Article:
Cyberattacks have almost become a certainty for businesses that deal with important online data. One of the most recent attacks hit Tesco Bank in November 2016, leading to customer losses of £2.5 million. Previous incidents have damaged JD Wetherspoons, TalkTalk and Hilton Hotels, and now cybercriminals are targeting vulnerable SMEs and individuals. It’s clear that cybercrime is a huge issue for everyone with online personal data, but how do cyberattacks actually work?
One of the most common types of cyberattack is Denial of Service, which blocks intended users from accessing online content. They can last anywhere from a few hours to a number of weeks. DDoS (Distributed Denial of Service) is the next step up from regular DoS, and involves saturating the victim’s servers with multiple devices and commands. The effects of Dos/DDoS attacks can be devastating, acting as a distraction as security settings are destroyed. However, their main aim is visibly disrupting operations to make a statement. One of the most high-profile DDoS attacks was carried out on the BBC on New Year’s Eve in 2015.
Malware, short for ‘malicious software’, is the all-encompassing term given to malevolent code such as Trojans, worms, adware, spyware and viruses. Malware is usually used to destroy or steal information, finding its way into the targeted system via emails, downloads or by exploiting vulnerabilities. Malware can be used to spy on organisations and internet users alike for extended periods of time, undetected. It is mainly geared towards making a profit by getting hold of valuable information and using it as a tool, but can also be used simply to disrupt operations.
Disguised as a request for data from a trusted third party, Phishing aims to steal information by persuading the victim to click on a link and enter personal data. Phishing works in the same way as spam, but it can have far more serious consequences. With so much correspondence now taking place online, victims rarely think twice about following commands that they think are from a legitimate source. This type of cyberattack obviously compromises the security of individuals and organisations, and is damaging for the image of the impersonated source.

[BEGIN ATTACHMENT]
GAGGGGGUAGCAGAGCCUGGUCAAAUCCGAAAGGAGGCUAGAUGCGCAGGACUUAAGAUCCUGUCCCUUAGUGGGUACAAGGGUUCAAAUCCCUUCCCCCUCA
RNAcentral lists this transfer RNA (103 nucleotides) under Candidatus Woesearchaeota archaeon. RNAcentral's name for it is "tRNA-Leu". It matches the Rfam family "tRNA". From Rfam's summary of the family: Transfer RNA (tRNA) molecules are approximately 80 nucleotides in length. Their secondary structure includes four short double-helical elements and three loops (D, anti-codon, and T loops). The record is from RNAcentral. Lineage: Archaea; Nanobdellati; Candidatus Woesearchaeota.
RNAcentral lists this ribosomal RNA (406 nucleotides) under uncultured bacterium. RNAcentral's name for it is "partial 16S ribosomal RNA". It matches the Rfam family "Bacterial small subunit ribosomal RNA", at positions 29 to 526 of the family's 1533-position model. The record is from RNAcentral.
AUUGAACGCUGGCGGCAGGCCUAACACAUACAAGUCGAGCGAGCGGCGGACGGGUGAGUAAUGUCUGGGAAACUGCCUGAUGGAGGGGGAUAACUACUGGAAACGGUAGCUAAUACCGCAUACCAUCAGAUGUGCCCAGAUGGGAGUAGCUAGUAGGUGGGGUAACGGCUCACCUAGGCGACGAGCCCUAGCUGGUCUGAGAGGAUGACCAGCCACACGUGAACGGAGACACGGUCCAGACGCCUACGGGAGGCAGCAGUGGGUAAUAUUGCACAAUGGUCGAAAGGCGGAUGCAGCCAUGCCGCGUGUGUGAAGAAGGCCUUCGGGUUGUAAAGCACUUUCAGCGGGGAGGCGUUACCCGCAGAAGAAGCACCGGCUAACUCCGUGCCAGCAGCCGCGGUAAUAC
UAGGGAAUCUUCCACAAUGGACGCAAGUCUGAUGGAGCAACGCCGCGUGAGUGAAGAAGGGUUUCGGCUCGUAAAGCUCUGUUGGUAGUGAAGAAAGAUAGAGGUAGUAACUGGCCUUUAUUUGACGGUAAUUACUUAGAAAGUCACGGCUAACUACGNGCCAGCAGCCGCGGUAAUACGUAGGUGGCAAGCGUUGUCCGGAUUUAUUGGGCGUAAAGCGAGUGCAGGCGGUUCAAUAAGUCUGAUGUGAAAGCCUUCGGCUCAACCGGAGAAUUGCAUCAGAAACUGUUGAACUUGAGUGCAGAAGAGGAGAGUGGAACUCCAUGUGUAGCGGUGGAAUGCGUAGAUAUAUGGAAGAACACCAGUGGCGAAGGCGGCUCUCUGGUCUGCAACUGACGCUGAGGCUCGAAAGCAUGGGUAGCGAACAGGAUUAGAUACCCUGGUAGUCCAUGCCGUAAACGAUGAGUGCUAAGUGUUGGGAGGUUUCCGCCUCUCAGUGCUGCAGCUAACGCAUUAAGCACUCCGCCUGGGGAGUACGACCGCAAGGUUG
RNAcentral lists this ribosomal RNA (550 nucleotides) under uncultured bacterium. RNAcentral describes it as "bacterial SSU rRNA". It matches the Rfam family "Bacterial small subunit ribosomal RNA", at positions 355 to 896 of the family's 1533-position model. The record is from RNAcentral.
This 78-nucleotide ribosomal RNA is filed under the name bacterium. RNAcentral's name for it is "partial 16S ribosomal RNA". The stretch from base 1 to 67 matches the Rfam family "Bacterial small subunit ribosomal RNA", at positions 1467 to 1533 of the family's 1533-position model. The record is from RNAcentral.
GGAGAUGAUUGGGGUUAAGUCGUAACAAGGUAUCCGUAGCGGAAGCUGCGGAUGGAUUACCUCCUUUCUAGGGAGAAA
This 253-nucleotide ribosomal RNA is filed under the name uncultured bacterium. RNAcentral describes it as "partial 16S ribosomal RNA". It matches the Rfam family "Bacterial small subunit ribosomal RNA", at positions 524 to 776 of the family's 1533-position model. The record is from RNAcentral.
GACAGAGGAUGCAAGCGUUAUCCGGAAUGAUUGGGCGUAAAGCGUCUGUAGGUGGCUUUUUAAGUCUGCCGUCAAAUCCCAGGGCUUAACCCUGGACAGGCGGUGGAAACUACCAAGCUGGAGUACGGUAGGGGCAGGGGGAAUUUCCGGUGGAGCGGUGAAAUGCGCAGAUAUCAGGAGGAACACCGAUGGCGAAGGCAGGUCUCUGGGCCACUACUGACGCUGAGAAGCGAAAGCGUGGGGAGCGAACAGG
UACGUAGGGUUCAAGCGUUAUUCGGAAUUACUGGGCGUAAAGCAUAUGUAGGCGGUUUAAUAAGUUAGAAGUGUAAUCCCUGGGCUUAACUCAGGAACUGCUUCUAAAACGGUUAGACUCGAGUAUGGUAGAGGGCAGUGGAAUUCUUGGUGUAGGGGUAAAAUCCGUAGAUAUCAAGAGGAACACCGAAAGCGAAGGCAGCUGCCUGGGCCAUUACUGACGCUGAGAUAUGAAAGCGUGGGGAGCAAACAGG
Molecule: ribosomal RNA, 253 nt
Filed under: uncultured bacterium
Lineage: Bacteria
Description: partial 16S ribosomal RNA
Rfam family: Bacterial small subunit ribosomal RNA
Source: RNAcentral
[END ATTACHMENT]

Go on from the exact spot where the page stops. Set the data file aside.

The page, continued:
MITM stands for Man in the Middle. In these types of cyberattacks, cybercriminals impersonate the intended end-point of a digital conversation – for example, a MITM could impersonate your bank, which is as scary as it sounds. The conversation works both ways – a bank might believe they are talking to a customer as much as a customer might think they are talking to their bank, but in fact the whole thing is run by the MITM, who quite literally sits in the middle of the exchange. As well as manipulating a conversation, MITM is used to eavesdrop. The success of the attack lies in whether or not each party is convinced by the impersonation.
5. Water holing
Water holing is the process of setting up a fake website or manipulating an existing, legitimate site to exploit its users. Water holing usually targets an organisation or a group, but does so by using the information of an employee. Cybercriminals pick certain employees and track their online usage to work out which sites will be easiest to infect. Once the individual’s information has been obtained, the cybercriminal can gain access to their workplace. Although water holing is uncommon, it’s very hard to detect. Because of this, it can be used against high security organisations, which makes it even more worrying.
While there are various methods used to target individuals and corporations, there are equally as many ways to defend against them. The first step is to update firewalls as well as general security settings. When it comes to Malware, it’s a case of applying common sense and avoiding suspicious links from unknown or anonymous sources. Companies and individuals can also invest in VPNs (Virtual Private Networks) and patch management – which involves ‘patching up’ software vulnerabilities. Checking that websites use the ‘https’ prefix and using verification protocols can help avoid MITM impersonations, water holing, and any malicious software living in sketchy online locations. And if you’re still confused, there are numerous different cybersecurity companies that can offer advice and updates. So, there may well be a long list of cyberattacking strategies out there, but there’s plenty that can be done to stop them. . . and the time to do it is now.